Need some more college tips?

Apr 7

The Road to Recovery

Posted By iamincontrol | April 7, 2016


High school is supposed to be one of the best times of your life. For me, high school was a time where I started my downward spiral into an eating disorder.

At 16 I had what looked like a great life. I was an athlete, an A student and I had a network of loving friends and family.  However, on the inside, there were these voices in my head constantly saying that Powerful girl with glasses. Reality vs ambition wishful thinking conceptI wasn’t good enough. I could only take so much of those voices before it became too much too handle. For a couple of years, I found comfort in quieting those voices in my head with food. I had developed a binge eating disorder. I gained a considerable amount of weight and after hurtful comments were said and a doctor’s appointment, I decided I needed to lose weight. I started restricting and cutting back my food intake and exercising more. In my mind, thinness lead to happiness and success but the thinner I got, the worse I felt. The summer after my freshman year of college was when my eating disorder became life threatening. I didn’t hang out with my friends, every time I stood up I was dizzy, and I barely had the energy to get up out of my bed. I describe myself during this time as a shadow of a person; I wasn’t living, I was just there.

I was 19 years old when I was diagnosed with anorexia nervosa and in August of 2014, was when I began the road to recovery. I checked into a residential treatment facility for eating disorders, where I stayed for 6 weeks. After being an inpatient, I moved to outpatient treatment for 3 ½ months. I’m coming up on my year anniversary of being out of treatment, and while I’m forever grateful for my time there, I have no intentions of going back. I learned so much from my time in treatment. The staff taught me different coping skills I could use when urges and stress were high and when I was feeling difficult emotions. When life becomes stressful, self-care is incredibly important! Taking time for yourself by reading a book, painting, or taking a bubble bath can help decrease your anxiety. I also love animals and they are a great form of therapy. You can relieve stress by spending time with your own pet or volunteering at a local humane society.

My eating disorder took away the things that mattered to me and I lost my authentic self.  Recovery has allowed me to find who I truly am. The best part of this journey has been discovering the real me. Every day is a battle, but I never fight alone. I have a support system that fights with me day after day. The road to recovery is difficult, full of ups and downs, but it’s 100% worth it.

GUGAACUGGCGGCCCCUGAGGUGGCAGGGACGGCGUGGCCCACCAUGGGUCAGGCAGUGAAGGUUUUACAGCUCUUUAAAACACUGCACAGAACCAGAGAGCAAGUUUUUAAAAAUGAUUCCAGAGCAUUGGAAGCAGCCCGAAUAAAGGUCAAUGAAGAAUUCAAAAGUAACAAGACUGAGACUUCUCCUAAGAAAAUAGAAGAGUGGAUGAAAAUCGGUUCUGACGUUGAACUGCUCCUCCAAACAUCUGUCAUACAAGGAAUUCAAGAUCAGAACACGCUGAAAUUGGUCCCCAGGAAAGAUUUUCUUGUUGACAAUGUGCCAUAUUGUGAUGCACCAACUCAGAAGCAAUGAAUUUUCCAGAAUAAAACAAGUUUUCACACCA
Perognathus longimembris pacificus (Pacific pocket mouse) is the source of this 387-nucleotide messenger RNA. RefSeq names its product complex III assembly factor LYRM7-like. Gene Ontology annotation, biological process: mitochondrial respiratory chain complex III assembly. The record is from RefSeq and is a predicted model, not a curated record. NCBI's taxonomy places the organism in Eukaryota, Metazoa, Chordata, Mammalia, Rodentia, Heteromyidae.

Find more information about eating disorder support at:

Apr 5

Poll Results April 3rd: FOMO: 5 Ways to Resist Peer Pressure

Posted By iamincontrol | April 5, 2016

Friendship and summer holidays concept. Group of teenagers having good fun on the city streets making a selfie.The teens of Iowa overwhelmingly said that they have experienced FOMO.

Have you ever experienced Fear Of Missing Out- often known as FOMO? FOMO can appear in various situations. Last weekend, I had to work while all my friends went to a concert. The whole time at work I was wondering if they were having fun, if the concert was good, and what Snapchats I was missing out on. Feeling FOMO definitely is not fun! Sometimes though, FOMO can also include peer pressure, which feels even worse! I have had “friends” try to pressure me into doing things that could potentially hurt me or get me into trouble. Here are some tips on avoiding peer pressure and feeling good about it!

  1. Be straightforward- If you don’t want to do something, tell them! If it doesn’t feel right it most likely isn’t going to turn out well.
  2. Suggest an alternative- Like going to the mall or an activity you feel comfortable doing
  3. Distract- Tell them something off the wall like a random fact or what your teacher did in class today
  4. Call out idiocy- “That’s so silly”
  5. Delay- Talk about other things, keep their mind off of what you don’t want to do
  6. Don’t even explain- sometimes they just won’t understand!
  7. Play the parent/guardian card- “My mom is calling me, I forgot I had dinner with her tonight” “I forgot my grandma was going to take me shopping, so I can’t come”
  8. Diss the dumbness- let them know how unreasonable their suggestion is
  9. Joke it off- Tell them something funny or say no to them in a joking manner
  10. Say no firmly- Just plain say no!

Dealing with peer pressure can be a difficult thing to do. Avoiding people that you don’t like or don’t respect you is a great first step. Surround yourself with others who appreciate you just the way you are and do positive things.

Check out this video on avoiding peer pressure:

Mar 31

Do You Reduce, Reuse, Recycle?

Posted By iamincontrol | March 31, 2016